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  • Joel J. Kupperman, 1936–2020
  • Diana Tietjens Meyers (bio)

It is with deep sadness that I report the death of Joel Kupperman, University of Connecticut Board of Trustees Distinguished Professor Emeritus. He died in Brooklyn, New York on April 8, 2020.

Joel received both his B.A. and M.A. from the University of Chicago and his PhD from Cambridge University. He joined the Philosophy Department at the University of Connecticut in 1960. Except for visiting Trinity College, Oxford as a lecturer in 1970, two years supported by NEH fellowships, and fellowships at Clare Hall, Cambridge and Corpus Christi College, Oxford, he remained at UConn until his retirement from teaching in 2013. In addition to these major national and international awards, Joel received the Faculty Excellence in Research award from the UConn Foundation in 2004.

A widely recognized and influential scholar, Joel specialized in ethics, aesthetics, and Asian philosophy. He published numerous journal articles and chapters in all three fields. Two early books resist subjectivism in ethics: Ethical Knowledge (London: Allen & Unwin, 1970; reprint Routledge, 2002) and The Foundations of Morality (London and Boston: Allen & Unwin, 1983; reissue from Routledge, forthcoming in 2022). In his monographs, Joel’s long-standing interest in Chinese philosophy first became prominent in Character (New York: Oxford University Press, 1991) and Value . . . And What Follows (New York: Oxford University Press, 1999).

Joel’s scholarship in Asian philosophy long predated the recent professional awakening to non-Western philosophical traditions. Initially, he studied Chinese philosophy with H. G. Creel at the University of Chicago, and in 1967 he traveled to Hong Kong, Taiwan, and Japan to continue his studies. In the 1980s he created Asian philosophy courses at all levels of the UConn undergraduate and graduate curriculum. His scholarship and pedagogical initiatives were visionary.

Regarded as a classic by many in the field, his Learning from Asian Philosophy nimbly integrates insights from classical Chinese and Indian philosophy as well as Western philosophy into nuanced accounts of the self, choice, moral psychology, moral requirements, and interpersonal communication (New York: Oxford University Press, 1999; Chinese translation, Beijing: Renmin Press, 2009). That Joel delivered the keynote lecture at the [End Page 1] conference honoring the ninetieth anniversary of the Peking University Philosophy Department as well as the keynote lecture at the Society for Asian and Comparative Philosophy’s 2011 meeting in Hawai‘i are two measures of the importance of this book.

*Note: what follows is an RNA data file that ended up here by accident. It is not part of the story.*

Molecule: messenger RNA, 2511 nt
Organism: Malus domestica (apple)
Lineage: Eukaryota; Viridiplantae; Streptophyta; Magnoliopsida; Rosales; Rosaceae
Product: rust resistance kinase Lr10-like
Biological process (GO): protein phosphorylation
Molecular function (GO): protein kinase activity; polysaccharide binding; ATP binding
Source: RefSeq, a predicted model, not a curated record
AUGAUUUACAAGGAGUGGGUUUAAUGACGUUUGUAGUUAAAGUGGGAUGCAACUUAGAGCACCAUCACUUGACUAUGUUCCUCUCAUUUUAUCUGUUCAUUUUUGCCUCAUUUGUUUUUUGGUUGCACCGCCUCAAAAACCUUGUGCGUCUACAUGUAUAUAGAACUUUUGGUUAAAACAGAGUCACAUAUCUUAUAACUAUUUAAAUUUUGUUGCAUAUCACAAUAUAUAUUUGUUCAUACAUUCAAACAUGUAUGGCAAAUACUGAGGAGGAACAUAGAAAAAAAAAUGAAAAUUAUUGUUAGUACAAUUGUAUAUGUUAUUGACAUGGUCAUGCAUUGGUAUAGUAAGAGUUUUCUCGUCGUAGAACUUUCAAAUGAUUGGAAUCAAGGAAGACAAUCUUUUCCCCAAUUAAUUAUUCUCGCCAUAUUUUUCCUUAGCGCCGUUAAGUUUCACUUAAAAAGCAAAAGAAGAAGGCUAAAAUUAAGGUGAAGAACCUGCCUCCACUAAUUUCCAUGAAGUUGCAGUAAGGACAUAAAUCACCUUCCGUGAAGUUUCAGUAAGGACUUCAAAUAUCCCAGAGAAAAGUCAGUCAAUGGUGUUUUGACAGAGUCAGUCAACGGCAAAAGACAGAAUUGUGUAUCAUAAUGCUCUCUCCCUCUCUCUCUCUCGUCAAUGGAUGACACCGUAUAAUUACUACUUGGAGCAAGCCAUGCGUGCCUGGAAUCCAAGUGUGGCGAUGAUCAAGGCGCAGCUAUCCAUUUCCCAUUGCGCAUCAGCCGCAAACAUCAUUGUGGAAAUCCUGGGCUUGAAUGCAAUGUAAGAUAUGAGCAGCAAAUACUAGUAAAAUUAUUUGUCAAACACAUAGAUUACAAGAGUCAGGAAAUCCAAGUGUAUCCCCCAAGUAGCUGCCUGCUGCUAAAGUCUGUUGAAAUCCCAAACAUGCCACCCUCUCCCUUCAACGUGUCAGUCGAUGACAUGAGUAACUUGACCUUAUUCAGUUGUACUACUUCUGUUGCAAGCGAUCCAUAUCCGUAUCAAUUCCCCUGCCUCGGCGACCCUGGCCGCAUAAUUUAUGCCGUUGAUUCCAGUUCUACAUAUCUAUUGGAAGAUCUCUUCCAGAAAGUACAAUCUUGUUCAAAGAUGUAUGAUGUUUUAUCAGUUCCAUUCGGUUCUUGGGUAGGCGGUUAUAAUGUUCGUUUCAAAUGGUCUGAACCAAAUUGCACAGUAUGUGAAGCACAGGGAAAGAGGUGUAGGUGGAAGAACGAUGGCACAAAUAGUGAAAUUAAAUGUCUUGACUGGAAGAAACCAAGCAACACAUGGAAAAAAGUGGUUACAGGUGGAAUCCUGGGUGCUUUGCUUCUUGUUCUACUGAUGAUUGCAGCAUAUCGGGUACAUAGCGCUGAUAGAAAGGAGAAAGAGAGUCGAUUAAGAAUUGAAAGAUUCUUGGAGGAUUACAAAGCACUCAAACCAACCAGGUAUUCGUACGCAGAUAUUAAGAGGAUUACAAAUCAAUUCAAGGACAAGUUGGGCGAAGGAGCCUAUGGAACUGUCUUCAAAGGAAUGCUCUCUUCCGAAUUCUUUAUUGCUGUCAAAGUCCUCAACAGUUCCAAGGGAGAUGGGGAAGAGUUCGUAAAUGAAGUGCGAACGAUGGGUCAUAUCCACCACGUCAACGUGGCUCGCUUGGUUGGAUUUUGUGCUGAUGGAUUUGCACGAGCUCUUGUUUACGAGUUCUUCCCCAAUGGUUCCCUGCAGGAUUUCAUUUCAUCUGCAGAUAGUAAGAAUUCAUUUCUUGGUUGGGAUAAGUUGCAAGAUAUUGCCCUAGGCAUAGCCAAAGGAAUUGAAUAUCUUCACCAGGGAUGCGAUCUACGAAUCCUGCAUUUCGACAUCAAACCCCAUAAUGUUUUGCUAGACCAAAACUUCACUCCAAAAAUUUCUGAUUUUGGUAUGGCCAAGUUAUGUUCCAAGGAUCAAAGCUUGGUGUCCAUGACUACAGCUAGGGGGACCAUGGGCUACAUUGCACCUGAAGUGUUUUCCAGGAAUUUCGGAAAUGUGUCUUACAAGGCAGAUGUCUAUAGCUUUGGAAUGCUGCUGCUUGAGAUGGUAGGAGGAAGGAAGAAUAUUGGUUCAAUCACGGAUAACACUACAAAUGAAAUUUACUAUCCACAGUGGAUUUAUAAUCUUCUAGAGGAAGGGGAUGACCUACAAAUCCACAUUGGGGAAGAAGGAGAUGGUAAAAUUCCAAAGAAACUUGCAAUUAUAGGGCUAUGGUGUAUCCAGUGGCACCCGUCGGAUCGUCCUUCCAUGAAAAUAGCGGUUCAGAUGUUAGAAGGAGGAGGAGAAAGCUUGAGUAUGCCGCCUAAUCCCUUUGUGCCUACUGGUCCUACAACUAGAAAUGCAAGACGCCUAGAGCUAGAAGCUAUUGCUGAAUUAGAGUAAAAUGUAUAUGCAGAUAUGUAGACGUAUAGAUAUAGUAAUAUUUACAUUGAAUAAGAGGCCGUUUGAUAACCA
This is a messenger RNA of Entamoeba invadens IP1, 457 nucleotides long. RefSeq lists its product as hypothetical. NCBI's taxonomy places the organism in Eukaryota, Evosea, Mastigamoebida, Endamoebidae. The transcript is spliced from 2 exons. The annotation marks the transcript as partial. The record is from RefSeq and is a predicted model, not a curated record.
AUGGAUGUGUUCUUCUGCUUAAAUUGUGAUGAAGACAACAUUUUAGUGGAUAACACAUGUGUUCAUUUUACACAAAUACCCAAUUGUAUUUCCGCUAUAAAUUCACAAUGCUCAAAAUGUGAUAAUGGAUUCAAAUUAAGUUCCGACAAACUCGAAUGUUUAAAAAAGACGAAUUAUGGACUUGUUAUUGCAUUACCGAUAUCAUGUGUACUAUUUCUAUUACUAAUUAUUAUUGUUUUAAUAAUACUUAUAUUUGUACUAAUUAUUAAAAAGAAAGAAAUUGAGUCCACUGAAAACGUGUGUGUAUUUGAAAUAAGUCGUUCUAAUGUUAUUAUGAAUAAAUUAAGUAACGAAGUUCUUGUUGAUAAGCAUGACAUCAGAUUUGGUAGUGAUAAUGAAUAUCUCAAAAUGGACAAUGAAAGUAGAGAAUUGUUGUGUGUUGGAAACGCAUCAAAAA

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Joel Kupperman (1936–2020) during his keynote speech at the Society for Asian and Comparative Philosophy 43rd annual conference, May 25–28, 2011 in Honolulu.

In addition, Joel published books that would be valuable to professional philosophers and that would also reach college students and the larger educated public. Notable among these are Theories of Human Nature (Indianapolis: Hackett, 2010), Ethics and Qualities of Life (New York: Oxford University Press, 2007), Six Myths about the Good Life: Thinking about What Has Value (Indianapolis: Hackett, 2006), and Classic Asian Philosophy: A Guide to the Essential Texts (New York: Oxford University Press, 2001; second edition, 2006).

When it became possible for Chinese students to come to the United States to study, Joel attracted some of them to the UConn philosophy department. Like all the graduate students, they studied Western philosophy. But thanks to Joel, they were able to study Chinese philosophy as well. Joel received the Faculty Excellence in Teaching award from the UConn Foundation in 1973. Upon his retirement, two of his Ph.D. students, Chenyang Li and Peimin Ni, celebrated his career by publishing a festschrift containing chapters by leading scholars: Moral Cultivation and Confucian [End Page 2] Character: Engaging Joel J. Kupperman (Albany: State University of New York Press, 2014).

Joel is survived by his wife, Karen Ordahl Kupperman, his two children, Michael Kupperman and Charlie Kupperman, and a grandchild, Ulysses Kupperman Dougherty. His colleagues and many students join me in sympathy over their loss. His singular voice and distinctive presence are irreplaceable.

In honor of Joel and his philosophical legacy, the department and Joel’s family have set up a graduate fellowship fund in his name to provide some financial support for Ph.D. students in the UConn Philosophy...


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